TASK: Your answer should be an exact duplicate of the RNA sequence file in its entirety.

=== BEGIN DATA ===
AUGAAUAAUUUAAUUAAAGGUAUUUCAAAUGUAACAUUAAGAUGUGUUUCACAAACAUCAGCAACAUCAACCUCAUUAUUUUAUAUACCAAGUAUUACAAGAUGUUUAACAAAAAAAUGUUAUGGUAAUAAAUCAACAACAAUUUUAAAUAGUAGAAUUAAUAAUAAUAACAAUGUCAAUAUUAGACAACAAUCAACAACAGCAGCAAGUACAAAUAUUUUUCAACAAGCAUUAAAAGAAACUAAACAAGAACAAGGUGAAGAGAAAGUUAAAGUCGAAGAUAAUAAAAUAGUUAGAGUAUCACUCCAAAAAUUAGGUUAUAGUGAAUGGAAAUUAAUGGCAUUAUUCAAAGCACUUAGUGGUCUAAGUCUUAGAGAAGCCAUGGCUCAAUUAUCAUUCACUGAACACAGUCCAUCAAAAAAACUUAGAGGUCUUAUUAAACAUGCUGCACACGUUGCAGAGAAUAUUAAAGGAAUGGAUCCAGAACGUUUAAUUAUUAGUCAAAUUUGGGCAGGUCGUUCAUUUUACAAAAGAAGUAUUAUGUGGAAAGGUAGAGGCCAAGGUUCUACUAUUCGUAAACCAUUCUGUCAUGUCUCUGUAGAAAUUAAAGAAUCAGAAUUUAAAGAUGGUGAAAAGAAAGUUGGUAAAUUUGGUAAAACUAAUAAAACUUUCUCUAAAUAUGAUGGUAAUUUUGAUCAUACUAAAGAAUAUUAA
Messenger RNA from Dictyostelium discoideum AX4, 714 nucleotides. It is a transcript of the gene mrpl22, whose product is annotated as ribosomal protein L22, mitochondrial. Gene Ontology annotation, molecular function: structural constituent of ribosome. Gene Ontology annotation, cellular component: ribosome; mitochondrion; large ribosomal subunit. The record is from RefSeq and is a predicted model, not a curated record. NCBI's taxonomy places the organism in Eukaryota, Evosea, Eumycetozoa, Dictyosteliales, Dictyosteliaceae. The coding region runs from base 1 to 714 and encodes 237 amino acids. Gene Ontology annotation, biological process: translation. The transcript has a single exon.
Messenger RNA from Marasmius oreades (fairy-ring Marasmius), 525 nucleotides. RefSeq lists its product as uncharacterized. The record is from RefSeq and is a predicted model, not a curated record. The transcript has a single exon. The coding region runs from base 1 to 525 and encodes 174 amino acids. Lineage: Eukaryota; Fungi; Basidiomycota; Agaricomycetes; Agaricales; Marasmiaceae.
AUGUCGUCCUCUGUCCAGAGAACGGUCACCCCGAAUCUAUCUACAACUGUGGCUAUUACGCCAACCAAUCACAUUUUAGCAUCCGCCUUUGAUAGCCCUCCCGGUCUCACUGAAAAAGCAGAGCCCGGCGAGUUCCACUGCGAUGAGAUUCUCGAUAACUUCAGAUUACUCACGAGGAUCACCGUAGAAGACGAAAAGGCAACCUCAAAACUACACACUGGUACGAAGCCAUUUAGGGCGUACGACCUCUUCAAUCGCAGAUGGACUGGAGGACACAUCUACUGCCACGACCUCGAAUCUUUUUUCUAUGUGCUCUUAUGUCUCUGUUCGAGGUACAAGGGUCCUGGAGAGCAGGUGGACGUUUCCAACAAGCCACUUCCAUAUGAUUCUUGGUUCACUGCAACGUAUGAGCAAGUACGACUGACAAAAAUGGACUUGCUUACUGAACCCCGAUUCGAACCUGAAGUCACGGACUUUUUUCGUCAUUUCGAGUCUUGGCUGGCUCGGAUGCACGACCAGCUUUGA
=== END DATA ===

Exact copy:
AUGAAUAAUUUAAUUAAAGGUAUUUCAAAUGUAACAUUAAGAUGUGUUUCACAAACAUCAGCAACAUCAACCUCAUUAUUUUAUAUACCAAGUAUUACAAGAUGUUUAACAAAAAAAUGUUAUGGUAAUAAAUCAACAACAAUUUUAAAUAGUAGAAUUAAUAAUAAUAACAAUGUCAAUAUUAGACAACAAUCAACAACAGCAGCAAGUACAAAUAUUUUUCAACAAGCAUUAAAAGAAACUAAACAAGAACAAGGUGAAGAGAAAGUUAAAGUCGAAGAUAAUAAAAUAGUUAGAGUAUCACUCCAAAAAUUAGGUUAUAGUGAAUGGAAAUUAAUGGCAUUAUUCAAAGCACUUAGUGGUCUAAGUCUUAGAGAAGCCAUGGCUCAAUUAUCAUUCACUGAACACAGUCCAUCAAAAAAACUUAGAGGUCUUAUUAAACAUGCUGCACACGUUGCAGAGAAUAUUAAAGGAAUGGAUCCAGAACGUUUAAUUAUUAGUCAAAUUUGGGCAGGUCGUUCAUUUUACAAAAGAAGUAUUAUGUGGAAAGGUAGAGGCCAAGGUUCUACUAUUCGUAAACCAUUCUGUCAUGUCUCUGUAGAAAUUAAAGAAUCAGAAUUUAAAGAUGGUGAAAAGAAAGUUGGUAAAUUUGGUAAAACUAAUAAAACUUUCUCUAAAUAUGAUGGUAAUUUUGAUCAUACUAAAGAAUAUUAA
Messenger RNA from Dictyostelium discoideum AX4, 714 nucleotides. It is a transcript of the gene mrpl22, whose product is annotated as ribosomal protein L22, mitochondrial. Gene Ontology annotation, molecular function: structural constituent of ribosome. Gene Ontology annotation, cellular component: ribosome; mitochondrion; large ribosomal subunit. The record is from RefSeq and is a predicted model, not a curated record. NCBI's taxonomy places the organism in Eukaryota, Evosea, Eumycetozoa, Dictyosteliales, Dictyosteliaceae. The coding region runs from base 1 to 714 and encodes 237 amino acids. Gene Ontology annotation, biological process: translation. The transcript has a single exon.
Messenger RNA from Marasmius oreades (fairy-ring Marasmius), 525 nucleotides. RefSeq lists its product as uncharacterized. The record is from RefSeq and is a predicted model, not a curated record. The transcript has a single exon. The coding region runs from base 1 to 525 and encodes 174 amino acids. Lineage: Eukaryota; Fungi; Basidiomycota; Agaricomycetes; Agaricales; Marasmiaceae.
AUGUCGUCCUCUGUCCAGAGAACGGUCACCCCGAAUCUAUCUACAACUGUGGCUAUUACGCCAACCAAUCACAUUUUAGCAUCCGCCUUUGAUAGCCCUCCCGGUCUCACUGAAAAAGCAGAGCCCGGCGAGUUCCACUGCGAUGAGAUUCUCGAUAACUUCAGAUUACUCACGAGGAUCACCGUAGAAGACGAAAAGGCAACCUCAAAACUACACACUGGUACGAAGCCAUUUAGGGCGUACGACCUCUUCAAUCGCAGAUGGACUGGAGGACACAUCUACUGCCACGACCUCGAAUCUUUUUUCUAUGUGCUCUUAUGUCUCUGUUCGAGGUACAAGGGUCCUGGAGAGCAGGUGGACGUUUCCAACAAGCCACUUCCAUAUGAUUCUUGGUUCACUGCAACGUAUGAGCAAGUACGACUGACAAAAAUGGACUUGCUUACUGAACCCCGAUUCGAACCUGAAGUCACGGACUUUUUUCGUCAUUUCGAGUCUUGGCUGGCUCGGAUGCACGACCAGCUUUGA